Buford, Special Field Editor

December 22nd, 2003

'Twas the night before Christmas
(written by: Buford)

Foreword: Al is passing the field editor's page this week to his basset hound (Buford) who has a message to share. We're not sure Buford is a qualified writer, but Al insisted. We doubt he'll take over the field editor's slot, but then again, stranger things have happened.

'Twas the night before Christmas and all through the house,
Nobody heard me stirring, (not even that darned old mouse).
I was headed to the kitchen with the utmost care,
Searching for the goodies I knew were stacked there.

I tiptoed round the corner with my eyes fixed high,
Searching for cake, cookies, candy and mincemeat pie.
The table was set with forks, spoons and knives,
Ready for tomorrow and the feast of our lives.

I searched the counter with stealth and real care,
Sure that some great goodies had to be there.
Then I spotted the treasure easily within my reach,
Chocolate cake and some cookies and a pie made of peach.

I got up on my back legs and stretched looking for more,
(With the short legs of a Basset, that's really a chore).
I was making my selection, nearly narrowed it to three,
Cream puffs, chocolate cake and cookies sounded fine to me.

And then I heard it, that strange sound from behind,
But not the scolding or "caught ya" masterful kind.
No, this was the sound of someone trying to sneak,
Tiptoeing carefully so the floor wouldn't creak.

I dropped from the counter and started to growl,
Then spotting the prowler I let out a howl.
The old man in red was so startled by me,
He tripped over a throw rug and toppled the tree.

I knew then I had him, this prowler big and bad,
I'd be the best watchdog my master ever had.
I chomped on his leg, then elbow and knee,
Just knowing the boss would be so proud of me.

I had the upper hand standing on his chest,
Not just a "good watchdog", I'd be the best.
I howled for my master, then growled more at the man,
Not just a short dog, I'm the "tough dog that can".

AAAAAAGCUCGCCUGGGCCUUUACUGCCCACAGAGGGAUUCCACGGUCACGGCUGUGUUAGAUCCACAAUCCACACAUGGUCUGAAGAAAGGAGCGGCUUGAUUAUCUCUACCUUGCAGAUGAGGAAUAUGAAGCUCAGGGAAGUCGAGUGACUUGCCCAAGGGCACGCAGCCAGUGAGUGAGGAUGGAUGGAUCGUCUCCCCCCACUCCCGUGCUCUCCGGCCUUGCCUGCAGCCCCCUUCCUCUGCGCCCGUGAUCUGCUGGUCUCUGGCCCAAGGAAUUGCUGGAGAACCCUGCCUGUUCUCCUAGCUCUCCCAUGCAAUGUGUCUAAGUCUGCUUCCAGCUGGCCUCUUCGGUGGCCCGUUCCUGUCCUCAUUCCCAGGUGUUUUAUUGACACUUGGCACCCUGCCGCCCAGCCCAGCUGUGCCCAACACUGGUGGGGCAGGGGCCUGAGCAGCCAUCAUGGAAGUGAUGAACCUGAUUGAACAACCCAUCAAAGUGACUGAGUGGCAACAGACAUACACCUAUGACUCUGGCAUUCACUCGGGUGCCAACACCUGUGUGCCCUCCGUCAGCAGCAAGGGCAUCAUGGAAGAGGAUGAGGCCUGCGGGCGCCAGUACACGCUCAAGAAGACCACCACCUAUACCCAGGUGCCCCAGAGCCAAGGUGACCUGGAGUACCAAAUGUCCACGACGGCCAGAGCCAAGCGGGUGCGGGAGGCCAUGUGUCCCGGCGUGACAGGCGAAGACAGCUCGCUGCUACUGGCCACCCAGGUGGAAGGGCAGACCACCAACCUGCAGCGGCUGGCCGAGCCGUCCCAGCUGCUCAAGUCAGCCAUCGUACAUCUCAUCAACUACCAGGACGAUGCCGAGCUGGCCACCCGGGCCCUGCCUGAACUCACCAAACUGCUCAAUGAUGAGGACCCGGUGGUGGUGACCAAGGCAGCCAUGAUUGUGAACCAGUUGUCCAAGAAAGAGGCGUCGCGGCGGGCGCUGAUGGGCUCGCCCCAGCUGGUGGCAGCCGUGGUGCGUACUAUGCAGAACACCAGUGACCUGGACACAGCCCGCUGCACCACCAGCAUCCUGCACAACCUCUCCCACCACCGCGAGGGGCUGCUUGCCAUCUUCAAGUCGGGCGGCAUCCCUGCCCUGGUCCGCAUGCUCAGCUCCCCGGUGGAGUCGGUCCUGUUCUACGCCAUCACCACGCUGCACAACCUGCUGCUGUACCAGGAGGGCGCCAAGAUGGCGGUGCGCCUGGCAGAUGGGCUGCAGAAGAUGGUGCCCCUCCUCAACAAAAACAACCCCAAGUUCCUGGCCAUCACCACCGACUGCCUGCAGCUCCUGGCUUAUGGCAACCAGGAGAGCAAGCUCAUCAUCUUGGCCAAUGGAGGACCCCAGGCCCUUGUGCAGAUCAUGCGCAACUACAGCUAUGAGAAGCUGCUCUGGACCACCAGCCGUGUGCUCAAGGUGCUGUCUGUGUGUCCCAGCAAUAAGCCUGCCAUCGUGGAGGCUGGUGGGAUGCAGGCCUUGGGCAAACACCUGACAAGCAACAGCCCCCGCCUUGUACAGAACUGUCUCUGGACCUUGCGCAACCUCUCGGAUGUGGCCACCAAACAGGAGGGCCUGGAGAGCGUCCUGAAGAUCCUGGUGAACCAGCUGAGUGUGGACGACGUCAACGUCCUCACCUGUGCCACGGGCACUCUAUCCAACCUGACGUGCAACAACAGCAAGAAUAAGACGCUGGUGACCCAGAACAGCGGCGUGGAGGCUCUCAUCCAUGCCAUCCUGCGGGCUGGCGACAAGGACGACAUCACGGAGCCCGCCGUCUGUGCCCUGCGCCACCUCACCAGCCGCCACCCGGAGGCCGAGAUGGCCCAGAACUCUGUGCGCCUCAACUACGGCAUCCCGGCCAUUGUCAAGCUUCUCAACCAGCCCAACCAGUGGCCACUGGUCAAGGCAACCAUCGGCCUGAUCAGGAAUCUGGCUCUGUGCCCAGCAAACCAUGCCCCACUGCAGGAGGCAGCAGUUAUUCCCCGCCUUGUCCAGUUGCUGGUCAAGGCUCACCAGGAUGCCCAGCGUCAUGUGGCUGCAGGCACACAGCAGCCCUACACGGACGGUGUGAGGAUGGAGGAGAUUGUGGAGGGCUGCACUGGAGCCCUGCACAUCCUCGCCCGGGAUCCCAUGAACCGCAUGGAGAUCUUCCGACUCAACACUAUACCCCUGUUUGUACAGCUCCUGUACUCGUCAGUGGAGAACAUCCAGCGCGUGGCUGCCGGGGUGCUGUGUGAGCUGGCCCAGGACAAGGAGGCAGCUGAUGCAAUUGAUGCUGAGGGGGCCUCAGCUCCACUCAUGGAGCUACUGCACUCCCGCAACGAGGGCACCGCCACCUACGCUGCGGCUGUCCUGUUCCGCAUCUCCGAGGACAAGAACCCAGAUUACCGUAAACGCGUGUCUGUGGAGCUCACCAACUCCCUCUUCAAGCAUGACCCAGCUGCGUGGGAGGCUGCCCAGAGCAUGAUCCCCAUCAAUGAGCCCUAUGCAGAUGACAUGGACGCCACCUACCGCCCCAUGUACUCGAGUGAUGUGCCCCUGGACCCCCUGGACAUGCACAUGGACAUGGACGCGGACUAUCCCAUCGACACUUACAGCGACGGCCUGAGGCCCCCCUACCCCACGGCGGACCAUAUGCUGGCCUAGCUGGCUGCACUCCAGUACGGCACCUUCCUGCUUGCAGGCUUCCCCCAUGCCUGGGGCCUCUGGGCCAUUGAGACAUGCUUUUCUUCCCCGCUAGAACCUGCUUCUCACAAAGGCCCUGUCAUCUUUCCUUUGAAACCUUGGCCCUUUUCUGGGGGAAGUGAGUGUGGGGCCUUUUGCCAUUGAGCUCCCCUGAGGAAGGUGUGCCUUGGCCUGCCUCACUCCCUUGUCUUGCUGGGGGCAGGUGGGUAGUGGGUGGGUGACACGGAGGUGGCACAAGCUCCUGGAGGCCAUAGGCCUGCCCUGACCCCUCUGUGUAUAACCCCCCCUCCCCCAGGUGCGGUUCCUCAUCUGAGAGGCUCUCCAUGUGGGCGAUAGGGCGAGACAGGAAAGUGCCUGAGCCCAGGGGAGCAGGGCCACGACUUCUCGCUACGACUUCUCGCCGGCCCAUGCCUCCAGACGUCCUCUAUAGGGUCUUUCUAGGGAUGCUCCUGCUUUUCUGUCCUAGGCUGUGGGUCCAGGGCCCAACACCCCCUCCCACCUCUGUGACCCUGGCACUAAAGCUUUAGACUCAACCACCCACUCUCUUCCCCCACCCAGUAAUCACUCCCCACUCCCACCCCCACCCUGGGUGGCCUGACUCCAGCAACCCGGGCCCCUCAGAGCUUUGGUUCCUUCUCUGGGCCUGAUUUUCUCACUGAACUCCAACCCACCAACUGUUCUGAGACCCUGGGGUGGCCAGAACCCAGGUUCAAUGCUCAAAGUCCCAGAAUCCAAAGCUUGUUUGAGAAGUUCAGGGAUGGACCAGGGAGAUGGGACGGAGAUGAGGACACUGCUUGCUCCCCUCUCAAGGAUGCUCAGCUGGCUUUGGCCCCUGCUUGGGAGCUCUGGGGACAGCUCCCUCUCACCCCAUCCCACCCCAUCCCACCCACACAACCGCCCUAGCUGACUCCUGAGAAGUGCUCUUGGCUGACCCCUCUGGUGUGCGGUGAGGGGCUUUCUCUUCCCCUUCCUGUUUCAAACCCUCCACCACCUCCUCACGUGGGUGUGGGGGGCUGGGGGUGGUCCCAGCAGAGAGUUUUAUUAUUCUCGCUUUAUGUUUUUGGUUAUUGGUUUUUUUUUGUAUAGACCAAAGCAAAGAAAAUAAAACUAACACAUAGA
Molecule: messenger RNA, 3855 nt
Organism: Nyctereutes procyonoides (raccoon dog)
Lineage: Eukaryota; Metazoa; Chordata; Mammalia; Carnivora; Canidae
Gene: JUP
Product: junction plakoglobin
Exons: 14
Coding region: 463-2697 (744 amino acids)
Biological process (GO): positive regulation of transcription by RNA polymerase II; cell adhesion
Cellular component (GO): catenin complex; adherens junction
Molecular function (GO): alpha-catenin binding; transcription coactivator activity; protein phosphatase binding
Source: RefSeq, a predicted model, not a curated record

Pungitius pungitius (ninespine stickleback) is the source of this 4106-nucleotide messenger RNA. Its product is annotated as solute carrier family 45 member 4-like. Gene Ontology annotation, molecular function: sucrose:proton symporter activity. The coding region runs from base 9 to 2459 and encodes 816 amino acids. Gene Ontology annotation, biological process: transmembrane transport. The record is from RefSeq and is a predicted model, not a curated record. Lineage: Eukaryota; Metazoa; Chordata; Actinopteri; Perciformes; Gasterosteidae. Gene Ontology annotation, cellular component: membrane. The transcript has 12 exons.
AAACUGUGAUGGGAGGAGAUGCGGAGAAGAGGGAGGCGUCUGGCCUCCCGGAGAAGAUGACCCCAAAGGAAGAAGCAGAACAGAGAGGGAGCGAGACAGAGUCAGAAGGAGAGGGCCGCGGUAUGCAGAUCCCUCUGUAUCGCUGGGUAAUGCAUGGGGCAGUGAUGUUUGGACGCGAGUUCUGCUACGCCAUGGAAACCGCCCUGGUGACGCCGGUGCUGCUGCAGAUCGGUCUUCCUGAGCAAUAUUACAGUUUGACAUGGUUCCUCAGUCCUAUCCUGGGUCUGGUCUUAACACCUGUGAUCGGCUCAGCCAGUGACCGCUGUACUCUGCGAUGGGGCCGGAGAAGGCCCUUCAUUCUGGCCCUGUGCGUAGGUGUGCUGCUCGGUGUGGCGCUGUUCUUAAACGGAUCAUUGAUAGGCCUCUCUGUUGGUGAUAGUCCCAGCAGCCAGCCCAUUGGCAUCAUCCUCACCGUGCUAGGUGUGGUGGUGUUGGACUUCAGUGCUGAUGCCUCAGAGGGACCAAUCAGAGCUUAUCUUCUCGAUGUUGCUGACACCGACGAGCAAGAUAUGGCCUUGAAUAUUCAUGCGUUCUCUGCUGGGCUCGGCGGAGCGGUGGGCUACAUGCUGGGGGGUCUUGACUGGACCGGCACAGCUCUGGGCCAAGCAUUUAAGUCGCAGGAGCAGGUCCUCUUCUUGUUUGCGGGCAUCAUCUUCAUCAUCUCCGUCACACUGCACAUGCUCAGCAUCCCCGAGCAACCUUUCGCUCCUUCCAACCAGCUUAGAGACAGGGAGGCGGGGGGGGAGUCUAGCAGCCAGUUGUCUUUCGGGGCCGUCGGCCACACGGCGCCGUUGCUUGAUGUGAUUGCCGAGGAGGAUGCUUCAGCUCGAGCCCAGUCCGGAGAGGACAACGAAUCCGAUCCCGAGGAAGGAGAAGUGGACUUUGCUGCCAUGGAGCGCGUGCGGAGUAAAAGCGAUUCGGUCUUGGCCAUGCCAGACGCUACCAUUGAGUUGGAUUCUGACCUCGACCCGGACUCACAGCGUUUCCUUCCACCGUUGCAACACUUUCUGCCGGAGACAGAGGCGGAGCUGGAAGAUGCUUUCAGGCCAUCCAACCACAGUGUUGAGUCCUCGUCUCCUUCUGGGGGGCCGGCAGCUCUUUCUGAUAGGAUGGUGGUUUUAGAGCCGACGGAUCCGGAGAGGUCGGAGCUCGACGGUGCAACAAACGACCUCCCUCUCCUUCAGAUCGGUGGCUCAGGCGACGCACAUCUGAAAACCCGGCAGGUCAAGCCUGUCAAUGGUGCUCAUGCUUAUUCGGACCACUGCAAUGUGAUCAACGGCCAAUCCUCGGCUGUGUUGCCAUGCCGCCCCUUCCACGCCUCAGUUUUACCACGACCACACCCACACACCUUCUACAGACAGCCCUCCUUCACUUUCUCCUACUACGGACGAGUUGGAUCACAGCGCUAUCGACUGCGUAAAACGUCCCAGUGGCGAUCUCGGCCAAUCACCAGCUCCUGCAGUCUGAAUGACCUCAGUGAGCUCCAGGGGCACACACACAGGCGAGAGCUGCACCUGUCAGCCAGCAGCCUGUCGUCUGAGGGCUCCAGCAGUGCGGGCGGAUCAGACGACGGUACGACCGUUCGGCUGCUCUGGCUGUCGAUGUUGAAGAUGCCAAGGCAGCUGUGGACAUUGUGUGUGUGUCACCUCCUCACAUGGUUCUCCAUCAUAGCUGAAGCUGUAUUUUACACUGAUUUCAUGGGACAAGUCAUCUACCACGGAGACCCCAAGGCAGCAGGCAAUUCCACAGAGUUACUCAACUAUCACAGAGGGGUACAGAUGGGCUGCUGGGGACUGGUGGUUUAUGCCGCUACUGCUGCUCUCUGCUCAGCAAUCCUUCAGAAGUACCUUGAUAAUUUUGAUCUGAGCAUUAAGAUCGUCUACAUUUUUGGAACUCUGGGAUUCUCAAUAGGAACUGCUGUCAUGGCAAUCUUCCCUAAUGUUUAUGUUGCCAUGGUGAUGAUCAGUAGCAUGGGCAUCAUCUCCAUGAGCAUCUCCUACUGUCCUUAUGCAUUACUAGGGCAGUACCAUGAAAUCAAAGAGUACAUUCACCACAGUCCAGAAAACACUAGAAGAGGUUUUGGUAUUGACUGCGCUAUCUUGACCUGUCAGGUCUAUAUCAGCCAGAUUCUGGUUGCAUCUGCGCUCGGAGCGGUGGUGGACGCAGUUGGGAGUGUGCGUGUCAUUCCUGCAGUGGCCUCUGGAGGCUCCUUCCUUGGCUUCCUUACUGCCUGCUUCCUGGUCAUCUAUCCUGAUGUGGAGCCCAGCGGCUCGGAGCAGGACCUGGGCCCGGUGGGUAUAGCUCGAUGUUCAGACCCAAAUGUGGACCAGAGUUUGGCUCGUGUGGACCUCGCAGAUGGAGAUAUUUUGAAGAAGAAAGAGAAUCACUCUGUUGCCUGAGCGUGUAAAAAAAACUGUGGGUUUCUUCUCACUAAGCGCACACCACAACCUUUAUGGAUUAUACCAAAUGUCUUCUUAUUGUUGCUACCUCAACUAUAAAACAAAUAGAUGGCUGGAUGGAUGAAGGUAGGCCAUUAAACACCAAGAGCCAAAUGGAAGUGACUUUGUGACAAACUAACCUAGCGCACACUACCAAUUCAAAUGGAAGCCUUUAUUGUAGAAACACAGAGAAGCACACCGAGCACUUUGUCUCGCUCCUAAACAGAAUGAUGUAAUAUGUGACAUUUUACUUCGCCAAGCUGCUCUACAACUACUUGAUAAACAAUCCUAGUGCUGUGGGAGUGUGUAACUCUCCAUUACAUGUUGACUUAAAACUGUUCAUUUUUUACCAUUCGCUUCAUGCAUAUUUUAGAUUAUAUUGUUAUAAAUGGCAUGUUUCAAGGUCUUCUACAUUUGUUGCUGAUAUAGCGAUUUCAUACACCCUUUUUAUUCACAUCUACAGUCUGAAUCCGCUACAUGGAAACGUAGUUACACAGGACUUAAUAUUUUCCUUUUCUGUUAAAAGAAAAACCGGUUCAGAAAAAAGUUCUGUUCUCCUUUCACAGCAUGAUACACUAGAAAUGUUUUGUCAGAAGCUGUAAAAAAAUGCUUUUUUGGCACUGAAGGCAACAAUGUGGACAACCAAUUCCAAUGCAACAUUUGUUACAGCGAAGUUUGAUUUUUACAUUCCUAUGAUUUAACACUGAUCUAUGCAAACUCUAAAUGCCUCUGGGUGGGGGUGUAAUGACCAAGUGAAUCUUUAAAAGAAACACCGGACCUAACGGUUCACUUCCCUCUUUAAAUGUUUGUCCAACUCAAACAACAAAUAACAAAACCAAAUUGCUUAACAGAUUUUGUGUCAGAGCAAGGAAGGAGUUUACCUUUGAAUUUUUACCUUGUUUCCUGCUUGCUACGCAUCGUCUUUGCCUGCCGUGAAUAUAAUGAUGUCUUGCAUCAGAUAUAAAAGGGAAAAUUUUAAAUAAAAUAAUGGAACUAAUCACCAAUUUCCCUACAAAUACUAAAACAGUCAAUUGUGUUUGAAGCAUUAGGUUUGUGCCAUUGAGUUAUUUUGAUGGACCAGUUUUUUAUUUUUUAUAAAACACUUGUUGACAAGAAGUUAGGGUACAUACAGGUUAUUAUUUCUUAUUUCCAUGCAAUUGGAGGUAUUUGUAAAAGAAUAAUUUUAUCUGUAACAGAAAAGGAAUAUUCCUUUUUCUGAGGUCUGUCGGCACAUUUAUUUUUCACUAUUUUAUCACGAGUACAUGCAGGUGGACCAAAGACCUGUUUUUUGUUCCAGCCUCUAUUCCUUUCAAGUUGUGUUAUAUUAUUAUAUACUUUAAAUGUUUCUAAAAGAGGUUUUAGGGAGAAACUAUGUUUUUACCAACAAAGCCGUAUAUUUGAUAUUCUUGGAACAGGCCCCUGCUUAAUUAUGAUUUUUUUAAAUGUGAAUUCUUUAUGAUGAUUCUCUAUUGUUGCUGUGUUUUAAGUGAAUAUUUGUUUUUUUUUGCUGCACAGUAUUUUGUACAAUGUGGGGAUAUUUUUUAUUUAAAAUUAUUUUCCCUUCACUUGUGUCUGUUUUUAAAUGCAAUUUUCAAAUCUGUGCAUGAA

Then a light switched on and lit up the place,
And I knew it was "bad dog" by the look on dad's face.
He pulled me off the old man and told me to "stay",
Then helped up the prowler in a too friendly way.

"I'm sorry Santa" I heard the master plead,
"He's usually a good dog, yes a good dog indeed."
Did dad call him Santa? Good grief I've been had!
There won't be any presents for a doggy gone bad.

I hung down my head 'till my ears laid out wide
I'd wounded old Santa and injured his pride.
And, I was sure that any moment,
They would toss me outside.

Then the old man did something I didn't understand.
It caught me by surprise and proved he was truly grand.
He said "I don't blame him, he was doing his job.
And, I'm sure that he figured I was planning to rob."

Then he motioned to me and said, "Come here little friend.
I think we can be buddies, and my feelings will mend.
But there's something important I think I should tell.
I'm warning you now, so listen careful and well."

"I'll be coming back next year on Christmas Eve night.
It'll be after the lights dim and I don't want a fight.
I want you to be quiet and not make any sounds.
Just let me do my business then get on with my rounds."

"Then I'll leave you a little something under the tree,
And let you share my cookies and milk with me.
It'll be our little secret that I came and I went,
And Christmas will happen the way it was meant."

Then he tossed me a cookie and shared half his milk,
And he brushed off his clothing of velvet and silk.
Next he let out a chuckle then laughed from his core,
Slipped me a wink and walked out the door.

I heard sleigh bells ringing as he went on his way,
And he left me with something I remember to this day.
If the prowler wears red and his beard is all white,
Make sure it ain't Santa on Christmas Eve night.

Merry Christmas. ~ Buford

Previous Al Campell Columns

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